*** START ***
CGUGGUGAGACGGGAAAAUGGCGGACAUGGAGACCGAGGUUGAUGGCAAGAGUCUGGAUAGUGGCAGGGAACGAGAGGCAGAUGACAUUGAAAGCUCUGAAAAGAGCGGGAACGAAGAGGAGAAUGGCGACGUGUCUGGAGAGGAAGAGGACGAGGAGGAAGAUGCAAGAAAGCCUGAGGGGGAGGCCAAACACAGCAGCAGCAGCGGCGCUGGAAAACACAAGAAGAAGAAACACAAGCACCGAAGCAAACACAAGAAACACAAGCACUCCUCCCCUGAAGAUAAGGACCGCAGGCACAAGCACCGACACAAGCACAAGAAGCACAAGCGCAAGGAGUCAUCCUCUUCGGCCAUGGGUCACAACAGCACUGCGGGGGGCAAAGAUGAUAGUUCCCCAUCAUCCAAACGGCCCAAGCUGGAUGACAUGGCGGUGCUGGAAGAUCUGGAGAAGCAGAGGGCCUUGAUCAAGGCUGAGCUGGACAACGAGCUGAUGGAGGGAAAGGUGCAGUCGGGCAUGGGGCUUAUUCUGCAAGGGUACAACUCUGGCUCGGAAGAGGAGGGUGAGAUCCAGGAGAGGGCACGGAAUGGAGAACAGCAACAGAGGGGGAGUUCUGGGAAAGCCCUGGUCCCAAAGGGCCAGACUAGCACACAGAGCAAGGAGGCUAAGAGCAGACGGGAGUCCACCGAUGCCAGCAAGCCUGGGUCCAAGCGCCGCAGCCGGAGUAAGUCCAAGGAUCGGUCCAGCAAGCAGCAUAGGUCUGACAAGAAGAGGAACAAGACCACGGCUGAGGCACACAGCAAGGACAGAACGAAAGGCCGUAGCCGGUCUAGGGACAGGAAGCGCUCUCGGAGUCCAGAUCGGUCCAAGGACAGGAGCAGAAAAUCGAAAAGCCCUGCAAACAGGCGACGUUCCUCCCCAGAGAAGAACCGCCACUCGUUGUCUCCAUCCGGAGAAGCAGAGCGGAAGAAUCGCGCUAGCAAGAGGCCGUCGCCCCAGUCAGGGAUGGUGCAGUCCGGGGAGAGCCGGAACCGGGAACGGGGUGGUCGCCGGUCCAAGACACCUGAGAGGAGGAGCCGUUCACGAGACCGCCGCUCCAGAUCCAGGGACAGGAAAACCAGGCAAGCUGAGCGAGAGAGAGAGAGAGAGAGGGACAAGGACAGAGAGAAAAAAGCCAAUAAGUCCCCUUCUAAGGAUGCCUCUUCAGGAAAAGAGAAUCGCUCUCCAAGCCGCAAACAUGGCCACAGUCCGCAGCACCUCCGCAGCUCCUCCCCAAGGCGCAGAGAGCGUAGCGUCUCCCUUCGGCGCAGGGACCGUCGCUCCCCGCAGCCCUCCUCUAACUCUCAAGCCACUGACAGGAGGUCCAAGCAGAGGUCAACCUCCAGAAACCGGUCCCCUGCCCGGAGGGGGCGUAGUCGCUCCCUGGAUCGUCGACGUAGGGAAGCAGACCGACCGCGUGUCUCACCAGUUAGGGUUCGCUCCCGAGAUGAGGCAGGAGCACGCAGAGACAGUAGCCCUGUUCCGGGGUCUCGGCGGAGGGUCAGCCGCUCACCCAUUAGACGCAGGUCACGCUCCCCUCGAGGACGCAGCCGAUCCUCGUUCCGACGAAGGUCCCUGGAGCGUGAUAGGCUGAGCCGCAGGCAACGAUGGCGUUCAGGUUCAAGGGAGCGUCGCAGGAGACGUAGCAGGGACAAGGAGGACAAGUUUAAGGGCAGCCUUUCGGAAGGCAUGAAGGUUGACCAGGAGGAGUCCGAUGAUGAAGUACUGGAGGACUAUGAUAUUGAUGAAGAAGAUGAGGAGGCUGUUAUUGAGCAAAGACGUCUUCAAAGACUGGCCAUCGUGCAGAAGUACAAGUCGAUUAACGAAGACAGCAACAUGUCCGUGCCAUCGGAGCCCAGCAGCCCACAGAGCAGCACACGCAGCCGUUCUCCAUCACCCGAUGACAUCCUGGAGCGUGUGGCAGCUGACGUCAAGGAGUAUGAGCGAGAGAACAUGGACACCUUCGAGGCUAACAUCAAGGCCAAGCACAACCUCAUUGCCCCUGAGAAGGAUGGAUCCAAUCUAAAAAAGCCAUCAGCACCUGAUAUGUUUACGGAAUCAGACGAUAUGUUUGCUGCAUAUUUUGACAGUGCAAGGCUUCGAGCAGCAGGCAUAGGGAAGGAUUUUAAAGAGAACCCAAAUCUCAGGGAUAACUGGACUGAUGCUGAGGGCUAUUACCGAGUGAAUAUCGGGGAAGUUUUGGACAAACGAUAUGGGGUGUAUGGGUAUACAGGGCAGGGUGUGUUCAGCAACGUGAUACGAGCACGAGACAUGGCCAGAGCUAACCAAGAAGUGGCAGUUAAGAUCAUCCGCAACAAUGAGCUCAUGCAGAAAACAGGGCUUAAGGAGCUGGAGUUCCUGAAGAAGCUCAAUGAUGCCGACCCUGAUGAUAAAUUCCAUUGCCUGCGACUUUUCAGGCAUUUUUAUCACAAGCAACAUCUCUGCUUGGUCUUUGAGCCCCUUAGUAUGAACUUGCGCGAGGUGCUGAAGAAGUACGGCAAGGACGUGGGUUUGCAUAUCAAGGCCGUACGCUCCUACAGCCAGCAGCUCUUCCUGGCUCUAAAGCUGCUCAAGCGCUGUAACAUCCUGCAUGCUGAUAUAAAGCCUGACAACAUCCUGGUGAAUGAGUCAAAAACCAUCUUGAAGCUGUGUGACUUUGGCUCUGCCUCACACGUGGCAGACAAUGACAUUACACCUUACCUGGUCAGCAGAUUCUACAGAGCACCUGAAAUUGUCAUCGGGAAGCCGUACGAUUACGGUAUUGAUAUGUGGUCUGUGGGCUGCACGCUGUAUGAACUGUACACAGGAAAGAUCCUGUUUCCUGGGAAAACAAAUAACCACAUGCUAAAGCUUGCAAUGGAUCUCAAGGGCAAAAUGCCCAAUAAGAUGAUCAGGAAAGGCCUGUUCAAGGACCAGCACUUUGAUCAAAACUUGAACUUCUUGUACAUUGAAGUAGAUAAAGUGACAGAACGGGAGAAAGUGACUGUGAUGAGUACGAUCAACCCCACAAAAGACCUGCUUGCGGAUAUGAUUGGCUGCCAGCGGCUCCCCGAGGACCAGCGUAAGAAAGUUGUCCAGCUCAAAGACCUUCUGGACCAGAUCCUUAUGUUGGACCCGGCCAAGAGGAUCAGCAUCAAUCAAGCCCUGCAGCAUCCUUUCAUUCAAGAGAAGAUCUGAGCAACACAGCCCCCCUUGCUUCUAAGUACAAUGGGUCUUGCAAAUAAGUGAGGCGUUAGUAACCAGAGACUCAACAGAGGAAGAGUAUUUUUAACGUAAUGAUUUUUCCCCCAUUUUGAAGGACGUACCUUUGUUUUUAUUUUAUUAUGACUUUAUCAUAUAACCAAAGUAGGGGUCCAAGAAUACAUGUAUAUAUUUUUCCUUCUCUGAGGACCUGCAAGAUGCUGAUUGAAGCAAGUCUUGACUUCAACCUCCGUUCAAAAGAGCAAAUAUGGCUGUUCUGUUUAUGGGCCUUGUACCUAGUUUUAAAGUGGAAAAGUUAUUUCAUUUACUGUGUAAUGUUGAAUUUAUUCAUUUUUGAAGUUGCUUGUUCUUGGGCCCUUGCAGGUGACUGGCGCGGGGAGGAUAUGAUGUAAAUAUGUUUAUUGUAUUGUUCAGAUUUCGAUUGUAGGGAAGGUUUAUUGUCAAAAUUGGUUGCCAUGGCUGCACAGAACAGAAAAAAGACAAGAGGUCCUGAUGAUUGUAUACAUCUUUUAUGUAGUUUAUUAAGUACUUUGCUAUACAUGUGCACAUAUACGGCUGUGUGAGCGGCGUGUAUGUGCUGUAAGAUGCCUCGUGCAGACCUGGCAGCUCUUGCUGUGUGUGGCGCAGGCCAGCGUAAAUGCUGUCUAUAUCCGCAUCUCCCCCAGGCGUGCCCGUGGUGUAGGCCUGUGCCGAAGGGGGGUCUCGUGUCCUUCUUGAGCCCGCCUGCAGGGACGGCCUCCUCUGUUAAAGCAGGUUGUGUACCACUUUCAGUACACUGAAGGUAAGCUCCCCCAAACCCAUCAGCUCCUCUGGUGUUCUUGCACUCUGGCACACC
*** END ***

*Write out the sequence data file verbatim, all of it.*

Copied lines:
CGUGGUGAGACGGGAAAAUGGCGGACAUGGAGACCGAGGUUGAUGGCAAGAGUCUGGAUAGUGGCAGGGAACGAGAGGCAGAUGACAUUGAAAGCUCUGAAAAGAGCGGGAACGAAGAGGAGAAUGGCGACGUGUCUGGAGAGGAAGAGGACGAGGAGGAAGAUGCAAGAAAGCCUGAGGGGGAGGCCAAACACAGCAGCAGCAGCGGCGCUGGAAAACACAAGAAGAAGAAACACAAGCACCGAAGCAAACACAAGAAACACAAGCACUCCUCCCCUGAAGAUAAGGACCGCAGGCACAAGCACCGACACAAGCACAAGAAGCACAAGCGCAAGGAGUCAUCCUCUUCGGCCAUGGGUCACAACAGCACUGCGGGGGGCAAAGAUGAUAGUUCCCCAUCAUCCAAACGGCCCAAGCUGGAUGACAUGGCGGUGCUGGAAGAUCUGGAGAAGCAGAGGGCCUUGAUCAAGGCUGAGCUGGACAACGAGCUGAUGGAGGGAAAGGUGCAGUCGGGCAUGGGGCUUAUUCUGCAAGGGUACAACUCUGGCUCGGAAGAGGAGGGUGAGAUCCAGGAGAGGGCACGGAAUGGAGAACAGCAACAGAGGGGGAGUUCUGGGAAAGCCCUGGUCCCAAAGGGCCAGACUAGCACACAGAGCAAGGAGGCUAAGAGCAGACGGGAGUCCACCGAUGCCAGCAAGCCUGGGUCCAAGCGCCGCAGCCGGAGUAAGUCCAAGGAUCGGUCCAGCAAGCAGCAUAGGUCUGACAAGAAGAGGAACAAGACCACGGCUGAGGCACACAGCAAGGACAGAACGAAAGGCCGUAGCCGGUCUAGGGACAGGAAGCGCUCUCGGAGUCCAGAUCGGUCCAAGGACAGGAGCAGAAAAUCGAAAAGCCCUGCAAACAGGCGACGUUCCUCCCCAGAGAAGAACCGCCACUCGUUGUCUCCAUCCGGAGAAGCAGAGCGGAAGAAUCGCGCUAGCAAGAGGCCGUCGCCCCAGUCAGGGAUGGUGCAGUCCGGGGAGAGCCGGAACCGGGAACGGGGUGGUCGCCGGUCCAAGACACCUGAGAGGAGGAGCCGUUCACGAGACCGCCGCUCCAGAUCCAGGGACAGGAAAACCAGGCAAGCUGAGCGAGAGAGAGAGAGAGAGAGGGACAAGGACAGAGAGAAAAAAGCCAAUAAGUCCCCUUCUAAGGAUGCCUCUUCAGGAAAAGAGAAUCGCUCUCCAAGCCGCAAACAUGGCCACAGUCCGCAGCACCUCCGCAGCUCCUCCCCAAGGCGCAGAGAGCGUAGCGUCUCCCUUCGGCGCAGGGACCGUCGCUCCCCGCAGCCCUCCUCUAACUCUCAAGCCACUGACAGGAGGUCCAAGCAGAGGUCAACCUCCAGAAACCGGUCCCCUGCCCGGAGGGGGCGUAGUCGCUCCCUGGAUCGUCGACGUAGGGAAGCAGACCGACCGCGUGUCUCACCAGUUAGGGUUCGCUCCCGAGAUGAGGCAGGAGCACGCAGAGACAGUAGCCCUGUUCCGGGGUCUCGGCGGAGGGUCAGCCGCUCACCCAUUAGACGCAGGUCACGCUCCCCUCGAGGACGCAGCCGAUCCUCGUUCCGACGAAGGUCCCUGGAGCGUGAUAGGCUGAGCCGCAGGCAACGAUGGCGUUCAGGUUCAAGGGAGCGUCGCAGGAGACGUAGCAGGGACAAGGAGGACAAGUUUAAGGGCAGCCUUUCGGAAGGCAUGAAGGUUGACCAGGAGGAGUCCGAUGAUGAAGUACUGGAGGACUAUGAUAUUGAUGAAGAAGAUGAGGAGGCUGUUAUUGAGCAAAGACGUCUUCAAAGACUGGCCAUCGUGCAGAAGUACAAGUCGAUUAACGAAGACAGCAACAUGUCCGUGCCAUCGGAGCCCAGCAGCCCACAGAGCAGCACACGCAGCCGUUCUCCAUCACCCGAUGACAUCCUGGAGCGUGUGGCAGCUGACGUCAAGGAGUAUGAGCGAGAGAACAUGGACACCUUCGAGGCUAACAUCAAGGCCAAGCACAACCUCAUUGCCCCUGAGAAGGAUGGAUCCAAUCUAAAAAAGCCAUCAGCACCUGAUAUGUUUACGGAAUCAGACGAUAUGUUUGCUGCAUAUUUUGACAGUGCAAGGCUUCGAGCAGCAGGCAUAGGGAAGGAUUUUAAAGAGAACCCAAAUCUCAGGGAUAACUGGACUGAUGCUGAGGGCUAUUACCGAGUGAAUAUCGGGGAAGUUUUGGACAAACGAUAUGGGGUGUAUGGGUAUACAGGGCAGGGUGUGUUCAGCAACGUGAUACGAGCACGAGACAUGGCCAGAGCUAACCAAGAAGUGGCAGUUAAGAUCAUCCGCAACAAUGAGCUCAUGCAGAAAACAGGGCUUAAGGAGCUGGAGUUCCUGAAGAAGCUCAAUGAUGCCGACCCUGAUGAUAAAUUCCAUUGCCUGCGACUUUUCAGGCAUUUUUAUCACAAGCAACAUCUCUGCUUGGUCUUUGAGCCCCUUAGUAUGAACUUGCGCGAGGUGCUGAAGAAGUACGGCAAGGACGUGGGUUUGCAUAUCAAGGCCGUACGCUCCUACAGCCAGCAGCUCUUCCUGGCUCUAAAGCUGCUCAAGCGCUGUAACAUCCUGCAUGCUGAUAUAAAGCCUGACAACAUCCUGGUGAAUGAGUCAAAAACCAUCUUGAAGCUGUGUGACUUUGGCUCUGCCUCACACGUGGCAGACAAUGACAUUACACCUUACCUGGUCAGCAGAUUCUACAGAGCACCUGAAAUUGUCAUCGGGAAGCCGUACGAUUACGGUAUUGAUAUGUGGUCUGUGGGCUGCACGCUGUAUGAACUGUACACAGGAAAGAUCCUGUUUCCUGGGAAAACAAAUAACCACAUGCUAAAGCUUGCAAUGGAUCUCAAGGGCAAAAUGCCCAAUAAGAUGAUCAGGAAAGGCCUGUUCAAGGACCAGCACUUUGAUCAAAACUUGAACUUCUUGUACAUUGAAGUAGAUAAAGUGACAGAACGGGAGAAAGUGACUGUGAUGAGUACGAUCAACCCCACAAAAGACCUGCUUGCGGAUAUGAUUGGCUGCCAGCGGCUCCCCGAGGACCAGCGUAAGAAAGUUGUCCAGCUCAAAGACCUUCUGGACCAGAUCCUUAUGUUGGACCCGGCCAAGAGGAUCAGCAUCAAUCAAGCCCUGCAGCAUCCUUUCAUUCAAGAGAAGAUCUGAGCAACACAGCCCCCCUUGCUUCUAAGUACAAUGGGUCUUGCAAAUAAGUGAGGCGUUAGUAACCAGAGACUCAACAGAGGAAGAGUAUUUUUAACGUAAUGAUUUUUCCCCCAUUUUGAAGGACGUACCUUUGUUUUUAUUUUAUUAUGACUUUAUCAUAUAACCAAAGUAGGGGUCCAAGAAUACAUGUAUAUAUUUUUCCUUCUCUGAGGACCUGCAAGAUGCUGAUUGAAGCAAGUCUUGACUUCAACCUCCGUUCAAAAGAGCAAAUAUGGCUGUUCUGUUUAUGGGCCUUGUACCUAGUUUUAAAGUGGAAAAGUUAUUUCAUUUACUGUGUAAUGUUGAAUUUAUUCAUUUUUGAAGUUGCUUGUUCUUGGGCCCUUGCAGGUGACUGGCGCGGGGAGGAUAUGAUGUAAAUAUGUUUAUUGUAUUGUUCAGAUUUCGAUUGUAGGGAAGGUUUAUUGUCAAAAUUGGUUGCCAUGGCUGCACAGAACAGAAAAAAGACAAGAGGUCCUGAUGAUUGUAUACAUCUUUUAUGUAGUUUAUUAAGUACUUUGCUAUACAUGUGCACAUAUACGGCUGUGUGAGCGGCGUGUAUGUGCUGUAAGAUGCCUCGUGCAGACCUGGCAGCUCUUGCUGUGUGUGGCGCAGGCCAGCGUAAAUGCUGUCUAUAUCCGCAUCUCCCCCAGGCGUGCCCGUGGUGUAGGCCUGUGCCGAAGGGGGGUCUCGUGUCCUUCUUGAGCCCGCCUGCAGGGACGGCCUCCUCUGUUAAAGCAGGUUGUGUACCACUUUCAGUACACUGAAGGUAAGCUCCCCCAAACCCAUCAGCUCCUCUGGUGUUCUUGCACUCUGGCACACC